On March 4, 1966, daily life in Winnipeg was brought to a halt by a monster blizzard.
Snow began falling just after midnight March 4. By morning, schools were closed, along with most stores and businesses.
The city was battered by 80 km/h winds that gusted up to 109 km/h, and when it was all over, there was 35.5 centimetres of snow on the ground, an amount that would not be surpassed until 43.2 centimetres piled up in April 1997.
In howling winds and blowing snow, streets were littered with abandoned cars, trucks and transit buses. Doctors and nurses were famously ferried to work on snowmobiles.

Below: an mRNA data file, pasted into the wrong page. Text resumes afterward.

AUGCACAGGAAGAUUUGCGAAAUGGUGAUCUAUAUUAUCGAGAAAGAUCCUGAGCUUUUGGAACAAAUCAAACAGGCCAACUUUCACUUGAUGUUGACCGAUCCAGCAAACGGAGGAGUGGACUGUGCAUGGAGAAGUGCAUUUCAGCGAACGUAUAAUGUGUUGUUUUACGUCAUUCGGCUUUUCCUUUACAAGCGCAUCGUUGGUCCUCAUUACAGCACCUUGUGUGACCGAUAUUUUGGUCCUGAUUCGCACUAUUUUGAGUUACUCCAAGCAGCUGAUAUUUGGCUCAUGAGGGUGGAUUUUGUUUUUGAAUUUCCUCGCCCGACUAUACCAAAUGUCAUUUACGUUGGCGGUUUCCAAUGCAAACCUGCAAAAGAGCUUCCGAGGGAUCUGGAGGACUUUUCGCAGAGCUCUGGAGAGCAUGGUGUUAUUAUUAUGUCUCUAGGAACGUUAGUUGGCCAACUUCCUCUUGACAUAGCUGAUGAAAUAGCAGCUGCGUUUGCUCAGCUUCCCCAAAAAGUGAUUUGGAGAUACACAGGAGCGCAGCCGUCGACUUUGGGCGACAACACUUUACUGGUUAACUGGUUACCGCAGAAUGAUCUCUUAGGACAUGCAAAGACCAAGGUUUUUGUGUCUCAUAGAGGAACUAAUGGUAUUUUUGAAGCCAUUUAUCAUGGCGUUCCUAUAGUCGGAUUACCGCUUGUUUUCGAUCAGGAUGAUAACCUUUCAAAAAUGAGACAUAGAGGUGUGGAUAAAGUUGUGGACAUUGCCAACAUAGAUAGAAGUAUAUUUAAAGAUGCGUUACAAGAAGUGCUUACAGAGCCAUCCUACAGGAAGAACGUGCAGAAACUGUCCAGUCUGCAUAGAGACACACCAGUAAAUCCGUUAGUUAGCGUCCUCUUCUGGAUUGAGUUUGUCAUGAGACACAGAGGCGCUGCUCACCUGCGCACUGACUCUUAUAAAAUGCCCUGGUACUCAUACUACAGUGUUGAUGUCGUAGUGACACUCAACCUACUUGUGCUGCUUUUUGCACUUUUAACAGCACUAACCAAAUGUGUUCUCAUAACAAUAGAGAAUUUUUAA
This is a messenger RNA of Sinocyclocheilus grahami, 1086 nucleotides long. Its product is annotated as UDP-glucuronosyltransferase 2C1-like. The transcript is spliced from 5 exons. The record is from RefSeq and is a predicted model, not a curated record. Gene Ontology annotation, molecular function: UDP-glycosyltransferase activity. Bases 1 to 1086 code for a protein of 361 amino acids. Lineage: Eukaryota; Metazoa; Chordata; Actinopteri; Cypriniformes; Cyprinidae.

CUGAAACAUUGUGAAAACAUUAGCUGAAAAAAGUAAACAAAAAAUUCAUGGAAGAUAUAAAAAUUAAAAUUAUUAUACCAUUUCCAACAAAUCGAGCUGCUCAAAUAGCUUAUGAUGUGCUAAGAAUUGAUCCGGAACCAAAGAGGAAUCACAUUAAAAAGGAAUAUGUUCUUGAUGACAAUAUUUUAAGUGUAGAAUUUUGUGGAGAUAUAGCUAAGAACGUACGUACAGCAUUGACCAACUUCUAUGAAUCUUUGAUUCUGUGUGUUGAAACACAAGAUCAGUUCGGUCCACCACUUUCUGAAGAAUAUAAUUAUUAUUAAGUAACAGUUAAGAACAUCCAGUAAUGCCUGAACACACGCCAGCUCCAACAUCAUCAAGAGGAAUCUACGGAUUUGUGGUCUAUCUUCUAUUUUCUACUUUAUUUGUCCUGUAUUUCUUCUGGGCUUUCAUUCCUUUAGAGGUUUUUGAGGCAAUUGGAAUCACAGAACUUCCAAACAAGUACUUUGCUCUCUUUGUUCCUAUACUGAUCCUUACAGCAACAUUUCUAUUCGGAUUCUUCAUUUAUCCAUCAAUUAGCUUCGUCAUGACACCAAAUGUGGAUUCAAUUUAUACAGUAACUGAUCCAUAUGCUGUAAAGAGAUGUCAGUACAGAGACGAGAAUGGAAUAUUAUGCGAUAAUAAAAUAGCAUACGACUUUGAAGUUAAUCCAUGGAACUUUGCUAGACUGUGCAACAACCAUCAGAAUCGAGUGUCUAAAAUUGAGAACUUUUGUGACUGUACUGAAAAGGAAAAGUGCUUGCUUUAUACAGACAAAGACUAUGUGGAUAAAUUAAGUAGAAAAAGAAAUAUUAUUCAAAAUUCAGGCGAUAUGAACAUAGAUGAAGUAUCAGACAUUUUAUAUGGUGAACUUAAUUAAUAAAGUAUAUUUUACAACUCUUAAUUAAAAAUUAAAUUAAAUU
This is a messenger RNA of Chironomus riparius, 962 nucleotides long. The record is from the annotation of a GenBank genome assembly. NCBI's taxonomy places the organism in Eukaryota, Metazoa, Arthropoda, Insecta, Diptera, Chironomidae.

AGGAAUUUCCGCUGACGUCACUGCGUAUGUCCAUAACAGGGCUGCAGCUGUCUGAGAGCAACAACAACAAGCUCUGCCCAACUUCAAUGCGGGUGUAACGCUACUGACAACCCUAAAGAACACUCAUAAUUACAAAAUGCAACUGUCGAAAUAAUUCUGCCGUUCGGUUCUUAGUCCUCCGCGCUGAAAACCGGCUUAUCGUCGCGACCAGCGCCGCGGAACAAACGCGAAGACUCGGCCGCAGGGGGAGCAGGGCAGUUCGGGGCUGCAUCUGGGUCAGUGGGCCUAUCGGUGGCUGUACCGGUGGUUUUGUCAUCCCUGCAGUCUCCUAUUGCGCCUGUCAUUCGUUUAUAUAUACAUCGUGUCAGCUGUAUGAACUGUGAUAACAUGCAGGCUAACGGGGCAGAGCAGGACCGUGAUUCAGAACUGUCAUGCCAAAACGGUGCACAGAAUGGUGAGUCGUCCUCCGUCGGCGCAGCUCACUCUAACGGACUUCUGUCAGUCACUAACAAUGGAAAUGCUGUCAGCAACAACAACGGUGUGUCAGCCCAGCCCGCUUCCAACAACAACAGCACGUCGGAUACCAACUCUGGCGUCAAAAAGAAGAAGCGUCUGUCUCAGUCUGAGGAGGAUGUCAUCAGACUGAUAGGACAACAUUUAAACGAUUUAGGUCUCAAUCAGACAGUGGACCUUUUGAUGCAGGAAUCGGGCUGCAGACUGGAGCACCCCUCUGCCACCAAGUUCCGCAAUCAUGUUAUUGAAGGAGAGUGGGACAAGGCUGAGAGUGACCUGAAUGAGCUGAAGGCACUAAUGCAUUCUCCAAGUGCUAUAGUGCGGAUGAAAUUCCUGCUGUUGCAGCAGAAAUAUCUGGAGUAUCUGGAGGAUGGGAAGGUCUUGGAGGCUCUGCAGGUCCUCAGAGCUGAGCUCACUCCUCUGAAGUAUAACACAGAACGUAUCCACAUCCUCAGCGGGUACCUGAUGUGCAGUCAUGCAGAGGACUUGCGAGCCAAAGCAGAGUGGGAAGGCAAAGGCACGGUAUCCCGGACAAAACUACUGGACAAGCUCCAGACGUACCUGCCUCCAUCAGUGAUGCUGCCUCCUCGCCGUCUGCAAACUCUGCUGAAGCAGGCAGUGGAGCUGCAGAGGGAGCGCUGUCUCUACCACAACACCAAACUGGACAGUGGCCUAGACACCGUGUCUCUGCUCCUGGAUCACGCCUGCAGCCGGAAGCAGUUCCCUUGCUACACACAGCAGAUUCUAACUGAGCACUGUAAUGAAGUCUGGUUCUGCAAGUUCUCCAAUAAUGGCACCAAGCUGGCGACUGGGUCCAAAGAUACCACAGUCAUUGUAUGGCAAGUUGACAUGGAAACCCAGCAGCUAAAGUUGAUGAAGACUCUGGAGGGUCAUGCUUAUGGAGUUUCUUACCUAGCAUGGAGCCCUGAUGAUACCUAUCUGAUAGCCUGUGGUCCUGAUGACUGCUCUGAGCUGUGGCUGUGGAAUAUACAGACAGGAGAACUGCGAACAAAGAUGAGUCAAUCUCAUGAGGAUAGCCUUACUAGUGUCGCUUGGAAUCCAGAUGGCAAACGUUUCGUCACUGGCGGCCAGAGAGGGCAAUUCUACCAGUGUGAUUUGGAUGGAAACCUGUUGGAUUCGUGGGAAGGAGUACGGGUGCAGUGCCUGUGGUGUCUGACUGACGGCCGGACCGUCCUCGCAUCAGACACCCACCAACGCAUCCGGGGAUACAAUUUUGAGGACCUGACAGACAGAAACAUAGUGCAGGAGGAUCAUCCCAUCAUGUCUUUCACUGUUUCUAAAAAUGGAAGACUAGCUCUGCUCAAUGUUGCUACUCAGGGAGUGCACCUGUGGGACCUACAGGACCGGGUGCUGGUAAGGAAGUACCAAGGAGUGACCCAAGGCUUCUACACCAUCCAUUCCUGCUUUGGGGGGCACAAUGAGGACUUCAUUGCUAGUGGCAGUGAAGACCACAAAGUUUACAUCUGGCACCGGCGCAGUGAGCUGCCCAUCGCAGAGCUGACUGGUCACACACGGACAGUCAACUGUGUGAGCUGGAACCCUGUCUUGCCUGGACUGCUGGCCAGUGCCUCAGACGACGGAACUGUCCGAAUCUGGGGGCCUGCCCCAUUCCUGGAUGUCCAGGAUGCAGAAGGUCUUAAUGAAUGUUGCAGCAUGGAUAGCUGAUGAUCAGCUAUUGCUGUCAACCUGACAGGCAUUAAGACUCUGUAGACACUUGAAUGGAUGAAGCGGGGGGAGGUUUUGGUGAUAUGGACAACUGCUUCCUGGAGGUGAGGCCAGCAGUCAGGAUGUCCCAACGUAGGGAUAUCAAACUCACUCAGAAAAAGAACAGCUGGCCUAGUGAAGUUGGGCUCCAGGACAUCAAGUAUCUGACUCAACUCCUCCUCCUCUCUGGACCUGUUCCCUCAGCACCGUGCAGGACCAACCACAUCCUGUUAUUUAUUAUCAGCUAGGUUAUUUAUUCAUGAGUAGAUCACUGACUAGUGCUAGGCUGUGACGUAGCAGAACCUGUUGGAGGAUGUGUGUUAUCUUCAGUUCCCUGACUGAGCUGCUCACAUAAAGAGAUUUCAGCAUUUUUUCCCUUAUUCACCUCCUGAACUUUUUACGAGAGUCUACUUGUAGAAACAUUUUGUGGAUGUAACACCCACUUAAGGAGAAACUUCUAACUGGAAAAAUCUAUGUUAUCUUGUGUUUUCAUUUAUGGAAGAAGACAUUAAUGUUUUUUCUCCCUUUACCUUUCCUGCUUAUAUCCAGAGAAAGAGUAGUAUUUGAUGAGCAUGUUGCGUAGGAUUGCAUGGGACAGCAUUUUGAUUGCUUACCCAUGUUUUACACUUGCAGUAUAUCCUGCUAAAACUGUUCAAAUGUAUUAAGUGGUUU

In Westwood, there were reports of 2.4-metre drifts, while downtown 1,600 people were forced to spend the night inside the Bay and Eaton’s as hundreds more remained trapped in buses stuck on snow-covered streets. Two men died of heart attacks trying to walk home.
In the final edition of the Free Press March 4, 1966, the headline screamed: Wild Blizzard Rakes Province — Worst in History.